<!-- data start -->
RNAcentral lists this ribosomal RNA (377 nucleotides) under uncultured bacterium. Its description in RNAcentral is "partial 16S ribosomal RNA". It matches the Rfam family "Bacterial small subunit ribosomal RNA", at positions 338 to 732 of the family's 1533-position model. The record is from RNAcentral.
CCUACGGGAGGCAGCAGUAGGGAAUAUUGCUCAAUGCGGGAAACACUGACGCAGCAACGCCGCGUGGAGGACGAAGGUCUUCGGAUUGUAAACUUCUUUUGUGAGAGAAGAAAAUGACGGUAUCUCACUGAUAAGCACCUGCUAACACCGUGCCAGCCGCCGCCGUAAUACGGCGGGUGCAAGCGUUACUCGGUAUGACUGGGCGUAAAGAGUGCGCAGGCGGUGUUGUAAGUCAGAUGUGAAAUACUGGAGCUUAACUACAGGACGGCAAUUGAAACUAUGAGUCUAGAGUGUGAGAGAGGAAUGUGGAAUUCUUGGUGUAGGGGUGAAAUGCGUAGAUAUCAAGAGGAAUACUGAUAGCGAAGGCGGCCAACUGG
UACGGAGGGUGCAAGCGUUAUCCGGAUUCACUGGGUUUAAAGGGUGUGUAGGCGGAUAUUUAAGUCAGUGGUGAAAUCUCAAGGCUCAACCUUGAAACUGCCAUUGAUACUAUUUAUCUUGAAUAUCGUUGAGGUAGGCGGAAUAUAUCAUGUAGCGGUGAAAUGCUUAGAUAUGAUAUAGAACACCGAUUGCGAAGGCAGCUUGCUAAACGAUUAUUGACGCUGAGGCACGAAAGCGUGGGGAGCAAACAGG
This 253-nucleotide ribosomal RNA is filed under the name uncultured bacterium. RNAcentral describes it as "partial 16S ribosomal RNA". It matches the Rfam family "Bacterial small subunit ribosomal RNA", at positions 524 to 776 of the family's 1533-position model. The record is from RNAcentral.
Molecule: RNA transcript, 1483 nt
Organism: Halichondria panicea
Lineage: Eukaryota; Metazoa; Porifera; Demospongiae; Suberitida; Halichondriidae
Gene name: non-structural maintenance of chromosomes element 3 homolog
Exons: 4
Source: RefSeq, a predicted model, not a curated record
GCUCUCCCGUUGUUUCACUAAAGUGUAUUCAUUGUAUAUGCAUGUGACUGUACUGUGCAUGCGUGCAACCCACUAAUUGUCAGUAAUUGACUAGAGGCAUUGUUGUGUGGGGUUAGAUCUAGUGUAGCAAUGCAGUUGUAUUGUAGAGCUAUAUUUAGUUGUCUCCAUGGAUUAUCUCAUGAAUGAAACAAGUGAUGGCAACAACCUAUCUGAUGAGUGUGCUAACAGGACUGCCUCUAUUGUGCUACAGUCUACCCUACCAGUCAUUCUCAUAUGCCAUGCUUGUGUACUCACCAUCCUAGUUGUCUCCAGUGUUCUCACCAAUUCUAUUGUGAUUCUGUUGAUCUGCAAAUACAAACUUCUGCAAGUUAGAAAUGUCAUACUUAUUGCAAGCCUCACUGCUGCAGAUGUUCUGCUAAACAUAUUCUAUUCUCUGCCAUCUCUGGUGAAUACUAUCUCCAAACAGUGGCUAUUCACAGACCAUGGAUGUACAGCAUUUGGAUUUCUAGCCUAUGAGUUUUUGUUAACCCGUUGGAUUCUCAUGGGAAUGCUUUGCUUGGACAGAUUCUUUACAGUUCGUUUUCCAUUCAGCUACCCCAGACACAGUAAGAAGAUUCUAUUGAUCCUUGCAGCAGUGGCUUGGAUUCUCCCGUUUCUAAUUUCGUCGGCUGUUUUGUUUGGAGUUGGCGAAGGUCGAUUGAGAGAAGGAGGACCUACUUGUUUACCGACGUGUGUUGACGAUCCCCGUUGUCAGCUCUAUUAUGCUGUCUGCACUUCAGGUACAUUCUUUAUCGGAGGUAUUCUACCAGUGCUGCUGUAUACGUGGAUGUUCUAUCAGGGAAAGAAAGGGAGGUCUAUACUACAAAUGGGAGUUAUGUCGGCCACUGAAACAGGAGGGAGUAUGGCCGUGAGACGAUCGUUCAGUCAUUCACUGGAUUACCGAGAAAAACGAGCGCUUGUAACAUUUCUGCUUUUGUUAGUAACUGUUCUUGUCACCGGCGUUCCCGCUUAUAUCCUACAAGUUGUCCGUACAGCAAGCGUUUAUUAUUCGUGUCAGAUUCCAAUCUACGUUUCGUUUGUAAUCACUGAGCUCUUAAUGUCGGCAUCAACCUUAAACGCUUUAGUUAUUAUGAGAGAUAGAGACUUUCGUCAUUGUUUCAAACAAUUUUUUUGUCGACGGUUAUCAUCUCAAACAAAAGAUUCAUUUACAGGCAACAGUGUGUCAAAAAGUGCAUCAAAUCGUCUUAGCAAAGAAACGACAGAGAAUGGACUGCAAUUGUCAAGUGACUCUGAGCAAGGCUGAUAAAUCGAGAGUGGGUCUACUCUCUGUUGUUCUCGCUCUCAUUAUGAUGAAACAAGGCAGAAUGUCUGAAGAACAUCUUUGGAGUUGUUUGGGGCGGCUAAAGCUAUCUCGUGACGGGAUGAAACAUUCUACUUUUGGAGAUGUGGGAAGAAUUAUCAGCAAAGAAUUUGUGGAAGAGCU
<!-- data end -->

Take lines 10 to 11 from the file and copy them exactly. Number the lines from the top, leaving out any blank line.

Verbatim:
Source: RefSeq, a predicted model, not a curated record
GCUCUCCCGUUGUUUCACUAAAGUGUAUUCAUUGUAUAUGCAUGUGACUGUACUGUGCAUGCGUGCAACCCACUAAUUGUCAGUAAUUGACUAGAGGCAUUGUUGUGUGGGGUUAGAUCUAGUGUAGCAAUGCAGUUGUAUUGUAGAGCUAUAUUUAGUUGUCUCCAUGGAUUAUCUCAUGAAUGAAACAAGUGAUGGCAACAACCUAUCUGAUGAGUGUGCUAACAGGACUGCCUCUAUUGUGCUACAGUCUACCCUACCAGUCAUUCUCAUAUGCCAUGCUUGUGUACUCACCAUCCUAGUUGUCUCCAGUGUUCUCACCAAUUCUAUUGUGAUUCUGUUGAUCUGCAAAUACAAACUUCUGCAAGUUAGAAAUGUCAUACUUAUUGCAAGCCUCACUGCUGCAGAUGUUCUGCUAAACAUAUUCUAUUCUCUGCCAUCUCUGGUGAAUACUAUCUCCAAACAGUGGCUAUUCACAGACCAUGGAUGUACAGCAUUUGGAUUUCUAGCCUAUGAGUUUUUGUUAACCCGUUGGAUUCUCAUGGGAAUGCUUUGCUUGGACAGAUUCUUUACAGUUCGUUUUCCAUUCAGCUACCCCAGACACAGUAAGAAGAUUCUAUUGAUCCUUGCAGCAGUGGCUUGGAUUCUCCCGUUUCUAAUUUCGUCGGCUGUUUUGUUUGGAGUUGGCGAAGGUCGAUUGAGAGAAGGAGGACCUACUUGUUUACCGACGUGUGUUGACGAUCCCCGUUGUCAGCUCUAUUAUGCUGUCUGCACUUCAGGUACAUUCUUUAUCGGAGGUAUUCUACCAGUGCUGCUGUAUACGUGGAUGUUCUAUCAGGGAAAGAAAGGGAGGUCUAUACUACAAAUGGGAGUUAUGUCGGCCACUGAAACAGGAGGGAGUAUGGCCGUGAGACGAUCGUUCAGUCAUUCACUGGAUUACCGAGAAAAACGAGCGCUUGUAACAUUUCUGCUUUUGUUAGUAACUGUUCUUGUCACCGGCGUUCCCGCUUAUAUCCUACAAGUUGUCCGUACAGCAAGCGUUUAUUAUUCGUGUCAGAUUCCAAUCUACGUUUCGUUUGUAAUCACUGAGCUCUUAAUGUCGGCAUCAACCUUAAACGCUUUAGUUAUUAUGAGAGAUAGAGACUUUCGUCAUUGUUUCAAACAAUUUUUUUGUCGACGGUUAUCAUCUCAAACAAAAGAUUCAUUUACAGGCAACAGUGUGUCAAAAAGUGCAUCAAAUCGUCUUAGCAAAGAAACGACAGAGAAUGGACUGCAAUUGUCAAGUGACUCUGAGCAAGGCUGAUAAAUCGAGAGUGGGUCUACUCUCUGUUGUUCUCGCUCUCAUUAUGAUGAAACAAGGCAGAAUGUCUGAAGAACAUCUUUGGAGUUGUUUGGGGCGGCUAAAGCUAUCUCGUGACGGGAUGAAACAUUCUACUUUUGGAGAUGUGGGAAGAAUUAUCAGCAAAGAAUUUGUGGAAGAGCU